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Excerpt from Oral History Interview with S. Davis (Dave) Phillips, January 27, 1999. Interview I-0084. Southern Oral History Program Collection (#4007) See Entire Interview >>

Regional economic strategy

In this excerpt, Phillips remembers Governor Jim Martin's regionalist approach to economic development, which seems to mean involving the state as a whole, both business centers and rural areas, in commerce. By dividing the state into seven regions, and focusing on bringing business opportunities and consumer opportunities to each region, Martin hoped to get more North Carolinians involved in making and spending money in the state.

Citing this Excerpt

Oral History Interview with S. Davis (Dave) Phillips, January 27, 1999. Interview I-0084. Southern Oral History Program Collection (#4007) in the Southern Oral History Program Collection, Southern Historical Collection, Wilson Library, University of North Carolina at Chapel Hill.

Full Text of the Excerpt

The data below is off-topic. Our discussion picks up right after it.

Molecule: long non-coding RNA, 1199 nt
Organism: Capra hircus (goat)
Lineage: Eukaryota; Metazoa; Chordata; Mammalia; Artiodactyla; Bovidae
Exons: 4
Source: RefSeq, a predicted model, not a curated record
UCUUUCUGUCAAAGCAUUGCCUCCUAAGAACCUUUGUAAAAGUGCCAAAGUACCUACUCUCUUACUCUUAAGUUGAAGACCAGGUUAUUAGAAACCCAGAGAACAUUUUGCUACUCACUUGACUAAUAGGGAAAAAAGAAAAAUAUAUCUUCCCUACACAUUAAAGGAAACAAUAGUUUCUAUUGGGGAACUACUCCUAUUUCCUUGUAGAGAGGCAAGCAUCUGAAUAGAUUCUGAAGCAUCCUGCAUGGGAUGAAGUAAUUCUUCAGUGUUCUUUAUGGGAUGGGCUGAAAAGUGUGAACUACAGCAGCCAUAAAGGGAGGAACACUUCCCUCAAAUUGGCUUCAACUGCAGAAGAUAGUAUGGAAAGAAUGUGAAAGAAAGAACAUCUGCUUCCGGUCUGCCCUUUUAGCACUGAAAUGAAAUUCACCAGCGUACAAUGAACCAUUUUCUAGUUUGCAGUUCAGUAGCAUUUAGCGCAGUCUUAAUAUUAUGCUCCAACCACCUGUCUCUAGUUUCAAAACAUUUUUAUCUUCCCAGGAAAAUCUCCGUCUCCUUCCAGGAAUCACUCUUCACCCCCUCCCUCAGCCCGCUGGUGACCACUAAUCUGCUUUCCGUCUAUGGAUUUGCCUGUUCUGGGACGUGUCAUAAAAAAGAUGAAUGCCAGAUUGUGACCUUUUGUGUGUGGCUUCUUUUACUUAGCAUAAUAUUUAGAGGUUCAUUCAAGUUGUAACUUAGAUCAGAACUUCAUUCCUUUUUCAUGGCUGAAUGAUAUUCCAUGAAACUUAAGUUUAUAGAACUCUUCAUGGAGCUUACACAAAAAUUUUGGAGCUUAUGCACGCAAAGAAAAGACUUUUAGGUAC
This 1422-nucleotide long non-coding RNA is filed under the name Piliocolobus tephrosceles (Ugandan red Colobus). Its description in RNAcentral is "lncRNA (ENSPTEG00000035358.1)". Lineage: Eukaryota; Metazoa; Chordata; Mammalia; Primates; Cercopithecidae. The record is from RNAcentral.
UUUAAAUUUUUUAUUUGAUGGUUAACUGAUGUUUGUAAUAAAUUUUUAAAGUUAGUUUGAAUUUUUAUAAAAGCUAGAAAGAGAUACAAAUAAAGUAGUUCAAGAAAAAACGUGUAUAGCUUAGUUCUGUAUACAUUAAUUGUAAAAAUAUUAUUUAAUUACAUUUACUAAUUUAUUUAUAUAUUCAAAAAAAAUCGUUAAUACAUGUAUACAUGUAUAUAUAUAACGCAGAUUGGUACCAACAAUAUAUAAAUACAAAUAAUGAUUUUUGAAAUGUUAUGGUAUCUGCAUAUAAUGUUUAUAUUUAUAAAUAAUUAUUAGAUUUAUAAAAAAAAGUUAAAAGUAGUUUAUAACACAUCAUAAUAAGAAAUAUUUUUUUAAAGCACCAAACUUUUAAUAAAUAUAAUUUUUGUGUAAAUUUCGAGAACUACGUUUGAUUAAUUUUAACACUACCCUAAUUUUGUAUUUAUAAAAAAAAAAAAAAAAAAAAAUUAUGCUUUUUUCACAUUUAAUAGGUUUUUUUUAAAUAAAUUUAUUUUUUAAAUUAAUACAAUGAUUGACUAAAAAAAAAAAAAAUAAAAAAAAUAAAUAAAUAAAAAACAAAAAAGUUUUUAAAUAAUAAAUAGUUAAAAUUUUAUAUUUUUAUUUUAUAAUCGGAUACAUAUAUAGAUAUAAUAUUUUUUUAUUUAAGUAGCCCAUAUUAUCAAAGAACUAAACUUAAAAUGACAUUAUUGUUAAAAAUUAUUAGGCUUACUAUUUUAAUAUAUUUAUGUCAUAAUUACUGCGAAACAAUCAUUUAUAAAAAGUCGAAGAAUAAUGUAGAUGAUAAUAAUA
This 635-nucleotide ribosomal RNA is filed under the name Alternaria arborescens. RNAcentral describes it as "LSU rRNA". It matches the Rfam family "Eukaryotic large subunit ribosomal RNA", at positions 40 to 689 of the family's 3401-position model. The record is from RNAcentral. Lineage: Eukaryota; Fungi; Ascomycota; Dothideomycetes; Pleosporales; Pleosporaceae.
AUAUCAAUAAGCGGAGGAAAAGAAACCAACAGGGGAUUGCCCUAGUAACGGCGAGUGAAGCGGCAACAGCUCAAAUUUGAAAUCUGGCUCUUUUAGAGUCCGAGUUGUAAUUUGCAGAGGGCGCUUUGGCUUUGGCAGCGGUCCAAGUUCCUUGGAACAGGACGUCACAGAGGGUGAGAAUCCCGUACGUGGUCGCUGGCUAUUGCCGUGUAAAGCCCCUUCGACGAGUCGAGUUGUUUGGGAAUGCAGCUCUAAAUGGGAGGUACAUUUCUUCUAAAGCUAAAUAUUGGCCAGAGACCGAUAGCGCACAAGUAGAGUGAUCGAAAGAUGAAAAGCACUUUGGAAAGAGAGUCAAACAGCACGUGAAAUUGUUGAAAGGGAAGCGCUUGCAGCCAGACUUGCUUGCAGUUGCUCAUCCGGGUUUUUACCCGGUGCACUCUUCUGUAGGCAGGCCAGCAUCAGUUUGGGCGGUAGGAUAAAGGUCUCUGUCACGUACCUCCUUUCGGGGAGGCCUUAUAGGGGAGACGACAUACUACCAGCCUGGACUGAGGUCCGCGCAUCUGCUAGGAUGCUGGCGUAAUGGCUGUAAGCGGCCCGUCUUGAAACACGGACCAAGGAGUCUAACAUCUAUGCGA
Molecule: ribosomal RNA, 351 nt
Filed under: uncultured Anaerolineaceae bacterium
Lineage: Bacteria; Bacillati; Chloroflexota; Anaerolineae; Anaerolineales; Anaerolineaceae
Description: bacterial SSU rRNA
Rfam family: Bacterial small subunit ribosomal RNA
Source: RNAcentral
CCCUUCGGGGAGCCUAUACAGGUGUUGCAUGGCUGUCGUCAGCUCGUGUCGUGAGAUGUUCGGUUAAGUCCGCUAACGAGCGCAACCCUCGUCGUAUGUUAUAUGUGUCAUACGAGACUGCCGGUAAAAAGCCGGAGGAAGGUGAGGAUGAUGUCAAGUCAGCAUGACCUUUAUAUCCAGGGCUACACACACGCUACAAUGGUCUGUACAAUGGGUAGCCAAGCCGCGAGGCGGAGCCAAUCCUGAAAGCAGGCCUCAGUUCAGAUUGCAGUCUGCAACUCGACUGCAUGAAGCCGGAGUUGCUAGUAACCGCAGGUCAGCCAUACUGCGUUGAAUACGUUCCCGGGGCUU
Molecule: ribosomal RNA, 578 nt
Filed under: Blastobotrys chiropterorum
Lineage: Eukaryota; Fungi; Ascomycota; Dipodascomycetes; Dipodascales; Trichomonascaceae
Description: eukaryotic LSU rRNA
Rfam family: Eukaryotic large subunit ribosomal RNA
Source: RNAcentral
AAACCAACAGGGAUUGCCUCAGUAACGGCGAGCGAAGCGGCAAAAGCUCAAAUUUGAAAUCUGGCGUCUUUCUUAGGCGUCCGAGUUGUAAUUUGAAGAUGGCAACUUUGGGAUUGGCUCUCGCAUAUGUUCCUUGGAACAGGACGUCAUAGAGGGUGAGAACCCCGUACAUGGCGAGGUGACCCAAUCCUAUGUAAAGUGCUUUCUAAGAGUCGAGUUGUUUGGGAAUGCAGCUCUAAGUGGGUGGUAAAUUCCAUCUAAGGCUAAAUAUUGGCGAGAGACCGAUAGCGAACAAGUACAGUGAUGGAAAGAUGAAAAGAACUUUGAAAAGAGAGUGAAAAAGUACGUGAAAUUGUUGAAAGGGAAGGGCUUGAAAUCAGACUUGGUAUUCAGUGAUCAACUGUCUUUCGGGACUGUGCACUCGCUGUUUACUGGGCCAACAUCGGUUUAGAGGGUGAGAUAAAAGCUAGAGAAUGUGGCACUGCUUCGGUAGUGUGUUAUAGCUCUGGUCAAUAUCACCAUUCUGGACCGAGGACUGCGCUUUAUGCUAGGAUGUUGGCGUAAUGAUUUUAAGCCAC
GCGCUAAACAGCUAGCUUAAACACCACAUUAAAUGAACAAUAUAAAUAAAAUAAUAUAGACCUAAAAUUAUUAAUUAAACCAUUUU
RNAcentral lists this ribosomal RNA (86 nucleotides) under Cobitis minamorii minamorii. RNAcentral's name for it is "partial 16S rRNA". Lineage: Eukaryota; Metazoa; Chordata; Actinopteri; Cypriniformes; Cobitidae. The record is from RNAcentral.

One of which was regionalism. He believed in regionalism. I had been involved in regionalism here in the Triad. It's a real simple concept, but he saw it work at the Research Triangle Park. He started a thing called Triangle East, which helped Wilson, North Carolina, which is where he's from. But it's a conceptual sort of a thing. The best way I can explain it to you is we are trying to induce people from all over the world to come to our state. We're one of fifty states and that if you've got to get them focused on the Southeast United States as to what is going on with us compared to wherever. From there you've got to get them on our state. Once you get them here, you don't want to talk about a hundred counties and five hundred communities. There really are over five hundred communities in North Carolina. Everybody obviously wants economic development. So we found out through our coming together in the Triad to form a regional partnership that it's like a shopping center. You've got certain anchor tenants. At the same time you've got lots of other folks that they'll pass by in smaller shops in the mall. At least they'll have a shot at the consumer. If you're not putting them in the mall, you're never going to have a shot. To make our rural areas to have some chance of competing, if we can let everybody create the mall and walk them through the mall whether its on a web page or through a book or however we do it and show all of our capabilities. Not everybody wants to live in a big city. Let the buyer shop and figure what suits their taste. So that's the concept of regionalism. We broke down the state into seven regions. We got the legislature to fund it. So it's easy to say I need to be in the West or on the Coast or I need to be in the Triangle for this reason. Once you're there, you have a shot at twelve, fifteen, eighteen counties and lots of cities. Everybody cooperates. Why let them out? When you've got a buyer, don't let them out of the mall. Lock the doors. Just get a little piece of them, but don't let them go to another state. That's what had been happening. What's happening is all these other states are starting to emulate what we did. It's nothing but common sense. It's easy to do but psychologically it's another barrier that people try to protect their turf. Developers and politicians, it's just some of the same old stuff. But it's evolved into being a very successful concept and program.